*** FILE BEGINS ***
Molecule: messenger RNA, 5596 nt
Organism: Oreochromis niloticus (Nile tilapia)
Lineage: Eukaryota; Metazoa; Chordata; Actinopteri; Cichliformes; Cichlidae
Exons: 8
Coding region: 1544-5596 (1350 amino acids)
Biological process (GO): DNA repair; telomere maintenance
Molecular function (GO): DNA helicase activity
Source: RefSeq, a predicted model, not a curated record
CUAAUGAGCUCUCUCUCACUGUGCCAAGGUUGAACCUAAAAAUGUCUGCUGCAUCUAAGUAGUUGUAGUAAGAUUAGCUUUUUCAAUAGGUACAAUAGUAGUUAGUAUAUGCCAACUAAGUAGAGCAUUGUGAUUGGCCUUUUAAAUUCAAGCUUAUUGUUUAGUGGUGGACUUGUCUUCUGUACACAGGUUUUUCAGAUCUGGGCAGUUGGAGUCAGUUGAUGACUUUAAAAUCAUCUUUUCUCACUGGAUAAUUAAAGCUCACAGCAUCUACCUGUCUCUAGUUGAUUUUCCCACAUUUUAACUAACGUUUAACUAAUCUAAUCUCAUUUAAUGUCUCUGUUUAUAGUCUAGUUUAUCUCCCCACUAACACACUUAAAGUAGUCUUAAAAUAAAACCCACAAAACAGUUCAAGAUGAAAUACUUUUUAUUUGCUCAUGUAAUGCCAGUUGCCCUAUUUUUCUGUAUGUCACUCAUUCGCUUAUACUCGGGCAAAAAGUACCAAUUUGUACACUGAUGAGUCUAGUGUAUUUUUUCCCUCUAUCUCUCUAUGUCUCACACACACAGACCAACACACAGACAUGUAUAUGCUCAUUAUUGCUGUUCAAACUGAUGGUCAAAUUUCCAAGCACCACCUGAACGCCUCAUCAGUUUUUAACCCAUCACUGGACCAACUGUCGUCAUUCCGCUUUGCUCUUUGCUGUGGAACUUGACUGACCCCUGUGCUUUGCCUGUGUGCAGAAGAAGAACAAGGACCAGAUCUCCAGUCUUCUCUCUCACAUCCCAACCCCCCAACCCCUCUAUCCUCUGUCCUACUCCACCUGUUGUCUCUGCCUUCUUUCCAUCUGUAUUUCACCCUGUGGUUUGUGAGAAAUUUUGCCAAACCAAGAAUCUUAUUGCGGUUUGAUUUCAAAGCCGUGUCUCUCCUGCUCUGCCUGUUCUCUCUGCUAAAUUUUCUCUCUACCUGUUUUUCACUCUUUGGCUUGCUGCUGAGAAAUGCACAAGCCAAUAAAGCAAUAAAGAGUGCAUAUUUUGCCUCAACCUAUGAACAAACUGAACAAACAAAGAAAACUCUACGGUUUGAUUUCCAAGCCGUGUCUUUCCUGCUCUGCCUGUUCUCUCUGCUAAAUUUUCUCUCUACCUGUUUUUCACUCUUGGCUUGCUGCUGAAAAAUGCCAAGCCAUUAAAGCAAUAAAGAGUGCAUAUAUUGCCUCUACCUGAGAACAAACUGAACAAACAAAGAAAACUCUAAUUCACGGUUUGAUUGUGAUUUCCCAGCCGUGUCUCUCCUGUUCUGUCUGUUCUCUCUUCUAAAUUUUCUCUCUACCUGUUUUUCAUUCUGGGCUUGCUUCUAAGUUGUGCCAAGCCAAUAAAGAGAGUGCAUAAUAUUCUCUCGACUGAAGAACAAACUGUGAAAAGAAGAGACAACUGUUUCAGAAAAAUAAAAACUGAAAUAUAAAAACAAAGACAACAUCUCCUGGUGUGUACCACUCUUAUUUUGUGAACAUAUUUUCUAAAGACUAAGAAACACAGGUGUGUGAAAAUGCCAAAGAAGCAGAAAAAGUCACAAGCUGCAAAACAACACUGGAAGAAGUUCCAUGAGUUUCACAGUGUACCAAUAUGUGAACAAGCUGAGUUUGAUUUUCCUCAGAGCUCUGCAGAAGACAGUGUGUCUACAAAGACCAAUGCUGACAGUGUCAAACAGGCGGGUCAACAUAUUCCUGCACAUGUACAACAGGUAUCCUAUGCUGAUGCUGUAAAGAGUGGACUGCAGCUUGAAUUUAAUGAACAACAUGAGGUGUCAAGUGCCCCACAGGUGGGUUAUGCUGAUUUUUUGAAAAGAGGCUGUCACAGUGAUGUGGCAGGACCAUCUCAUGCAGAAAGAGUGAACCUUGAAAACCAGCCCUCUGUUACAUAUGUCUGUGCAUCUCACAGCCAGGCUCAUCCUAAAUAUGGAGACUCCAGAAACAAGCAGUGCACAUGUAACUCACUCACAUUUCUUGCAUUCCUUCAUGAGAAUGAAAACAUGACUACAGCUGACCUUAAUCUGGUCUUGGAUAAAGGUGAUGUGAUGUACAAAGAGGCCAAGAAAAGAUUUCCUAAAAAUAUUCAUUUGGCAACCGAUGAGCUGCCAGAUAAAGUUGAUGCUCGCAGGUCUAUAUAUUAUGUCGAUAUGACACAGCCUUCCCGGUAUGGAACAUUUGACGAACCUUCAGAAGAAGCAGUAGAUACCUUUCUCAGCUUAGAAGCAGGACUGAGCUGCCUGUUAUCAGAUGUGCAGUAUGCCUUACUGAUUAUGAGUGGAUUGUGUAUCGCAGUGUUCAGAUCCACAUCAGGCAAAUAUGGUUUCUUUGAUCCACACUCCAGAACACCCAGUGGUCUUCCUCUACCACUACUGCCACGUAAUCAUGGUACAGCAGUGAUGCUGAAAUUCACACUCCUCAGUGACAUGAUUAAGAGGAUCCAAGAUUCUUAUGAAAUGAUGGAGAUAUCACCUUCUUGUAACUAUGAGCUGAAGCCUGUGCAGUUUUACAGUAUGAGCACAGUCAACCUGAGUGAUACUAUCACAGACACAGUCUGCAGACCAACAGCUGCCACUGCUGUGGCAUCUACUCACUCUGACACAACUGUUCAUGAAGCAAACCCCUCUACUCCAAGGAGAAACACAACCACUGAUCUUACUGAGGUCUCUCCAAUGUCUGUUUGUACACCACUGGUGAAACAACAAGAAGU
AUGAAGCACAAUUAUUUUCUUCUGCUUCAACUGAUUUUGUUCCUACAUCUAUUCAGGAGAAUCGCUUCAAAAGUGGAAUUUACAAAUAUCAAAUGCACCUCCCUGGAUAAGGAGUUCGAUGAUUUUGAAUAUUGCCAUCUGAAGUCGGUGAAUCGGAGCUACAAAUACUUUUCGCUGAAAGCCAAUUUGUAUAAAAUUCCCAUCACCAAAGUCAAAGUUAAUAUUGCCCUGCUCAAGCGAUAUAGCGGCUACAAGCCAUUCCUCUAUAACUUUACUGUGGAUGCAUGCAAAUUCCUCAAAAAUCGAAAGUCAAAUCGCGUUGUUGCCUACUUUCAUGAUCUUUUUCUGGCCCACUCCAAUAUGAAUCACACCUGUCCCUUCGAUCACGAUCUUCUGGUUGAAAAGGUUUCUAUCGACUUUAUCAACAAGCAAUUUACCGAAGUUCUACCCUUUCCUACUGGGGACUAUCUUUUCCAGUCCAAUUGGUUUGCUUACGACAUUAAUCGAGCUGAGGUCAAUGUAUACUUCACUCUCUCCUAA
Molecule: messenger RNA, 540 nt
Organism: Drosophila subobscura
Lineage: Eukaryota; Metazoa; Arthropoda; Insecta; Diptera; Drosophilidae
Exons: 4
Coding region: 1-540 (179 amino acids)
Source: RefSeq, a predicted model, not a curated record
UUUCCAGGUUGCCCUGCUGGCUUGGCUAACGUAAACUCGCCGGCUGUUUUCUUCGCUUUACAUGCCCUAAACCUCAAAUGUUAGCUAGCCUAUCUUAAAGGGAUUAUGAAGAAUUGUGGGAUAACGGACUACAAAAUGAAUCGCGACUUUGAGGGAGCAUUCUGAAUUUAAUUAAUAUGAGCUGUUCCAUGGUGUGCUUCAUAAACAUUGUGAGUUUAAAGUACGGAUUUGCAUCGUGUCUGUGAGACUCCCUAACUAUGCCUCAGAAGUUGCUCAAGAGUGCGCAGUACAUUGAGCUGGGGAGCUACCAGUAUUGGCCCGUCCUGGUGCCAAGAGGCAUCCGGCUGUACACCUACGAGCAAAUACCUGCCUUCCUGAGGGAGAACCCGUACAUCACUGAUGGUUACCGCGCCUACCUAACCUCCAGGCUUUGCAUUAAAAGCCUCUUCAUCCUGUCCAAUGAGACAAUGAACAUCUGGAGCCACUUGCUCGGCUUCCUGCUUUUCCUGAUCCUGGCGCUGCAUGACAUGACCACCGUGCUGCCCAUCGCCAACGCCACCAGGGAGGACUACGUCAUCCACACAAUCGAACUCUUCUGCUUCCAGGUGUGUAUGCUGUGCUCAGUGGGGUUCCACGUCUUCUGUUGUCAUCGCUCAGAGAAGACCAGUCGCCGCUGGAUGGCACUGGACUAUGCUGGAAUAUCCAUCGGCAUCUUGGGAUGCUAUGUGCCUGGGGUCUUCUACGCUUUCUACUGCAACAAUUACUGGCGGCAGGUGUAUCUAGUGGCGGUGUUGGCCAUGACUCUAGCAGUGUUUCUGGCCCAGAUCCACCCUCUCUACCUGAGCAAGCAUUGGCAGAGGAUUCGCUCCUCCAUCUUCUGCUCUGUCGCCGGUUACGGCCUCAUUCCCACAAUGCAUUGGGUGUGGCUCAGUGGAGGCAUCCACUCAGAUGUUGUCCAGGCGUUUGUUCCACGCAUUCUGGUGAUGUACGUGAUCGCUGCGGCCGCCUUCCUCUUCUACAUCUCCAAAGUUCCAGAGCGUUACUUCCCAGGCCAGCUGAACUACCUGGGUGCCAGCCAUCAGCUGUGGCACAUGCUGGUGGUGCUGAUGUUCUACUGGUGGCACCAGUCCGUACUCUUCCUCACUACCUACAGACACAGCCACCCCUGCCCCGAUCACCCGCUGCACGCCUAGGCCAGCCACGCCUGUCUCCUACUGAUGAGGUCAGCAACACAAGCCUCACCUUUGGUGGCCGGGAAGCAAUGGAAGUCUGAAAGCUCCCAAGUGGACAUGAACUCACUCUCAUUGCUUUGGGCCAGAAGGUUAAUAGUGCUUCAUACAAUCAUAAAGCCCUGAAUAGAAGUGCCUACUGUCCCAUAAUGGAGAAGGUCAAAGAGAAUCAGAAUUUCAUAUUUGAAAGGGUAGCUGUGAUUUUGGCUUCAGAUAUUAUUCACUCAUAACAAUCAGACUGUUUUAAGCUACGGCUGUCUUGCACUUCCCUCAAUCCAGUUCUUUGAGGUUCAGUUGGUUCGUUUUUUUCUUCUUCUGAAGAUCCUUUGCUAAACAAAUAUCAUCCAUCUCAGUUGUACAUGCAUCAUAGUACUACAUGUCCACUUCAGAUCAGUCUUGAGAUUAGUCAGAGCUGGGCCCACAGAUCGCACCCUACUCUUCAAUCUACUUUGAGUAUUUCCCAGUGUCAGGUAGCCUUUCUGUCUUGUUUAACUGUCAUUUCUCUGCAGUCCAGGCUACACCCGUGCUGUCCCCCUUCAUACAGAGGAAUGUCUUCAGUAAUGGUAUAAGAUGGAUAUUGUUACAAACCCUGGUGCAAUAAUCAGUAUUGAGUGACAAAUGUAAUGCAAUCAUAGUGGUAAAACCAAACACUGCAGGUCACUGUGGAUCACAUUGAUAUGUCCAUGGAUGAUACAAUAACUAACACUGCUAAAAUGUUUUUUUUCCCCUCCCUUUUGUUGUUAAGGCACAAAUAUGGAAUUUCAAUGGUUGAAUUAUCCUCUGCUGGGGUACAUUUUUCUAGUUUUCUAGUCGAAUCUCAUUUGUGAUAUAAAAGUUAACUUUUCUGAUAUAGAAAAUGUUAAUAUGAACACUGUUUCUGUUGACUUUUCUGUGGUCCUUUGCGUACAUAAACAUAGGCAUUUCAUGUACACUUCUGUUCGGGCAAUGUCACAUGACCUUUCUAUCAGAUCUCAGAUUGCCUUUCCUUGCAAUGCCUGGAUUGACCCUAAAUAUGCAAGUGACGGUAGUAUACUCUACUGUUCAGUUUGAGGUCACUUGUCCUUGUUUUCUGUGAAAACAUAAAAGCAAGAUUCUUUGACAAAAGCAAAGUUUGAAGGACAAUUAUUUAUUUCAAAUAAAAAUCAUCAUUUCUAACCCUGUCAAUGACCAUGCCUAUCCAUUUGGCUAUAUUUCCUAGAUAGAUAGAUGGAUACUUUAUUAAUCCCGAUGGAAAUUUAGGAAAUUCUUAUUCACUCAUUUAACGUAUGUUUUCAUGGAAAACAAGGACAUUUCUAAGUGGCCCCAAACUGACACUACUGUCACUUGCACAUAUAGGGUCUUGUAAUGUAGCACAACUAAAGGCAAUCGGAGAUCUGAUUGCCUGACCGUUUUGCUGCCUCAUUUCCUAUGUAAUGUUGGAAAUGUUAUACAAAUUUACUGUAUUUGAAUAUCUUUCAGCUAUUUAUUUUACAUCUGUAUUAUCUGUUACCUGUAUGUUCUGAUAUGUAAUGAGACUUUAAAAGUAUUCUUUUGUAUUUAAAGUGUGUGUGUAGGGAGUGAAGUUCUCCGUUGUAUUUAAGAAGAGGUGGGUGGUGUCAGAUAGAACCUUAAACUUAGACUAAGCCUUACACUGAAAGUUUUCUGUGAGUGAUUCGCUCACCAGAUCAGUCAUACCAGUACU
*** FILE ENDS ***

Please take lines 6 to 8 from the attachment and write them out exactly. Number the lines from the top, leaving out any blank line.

Biological process (GO): DNA repair; telomere maintenance
Molecular function (GO): DNA helicase activity
Source: RefSeq, a predicted model, not a curated record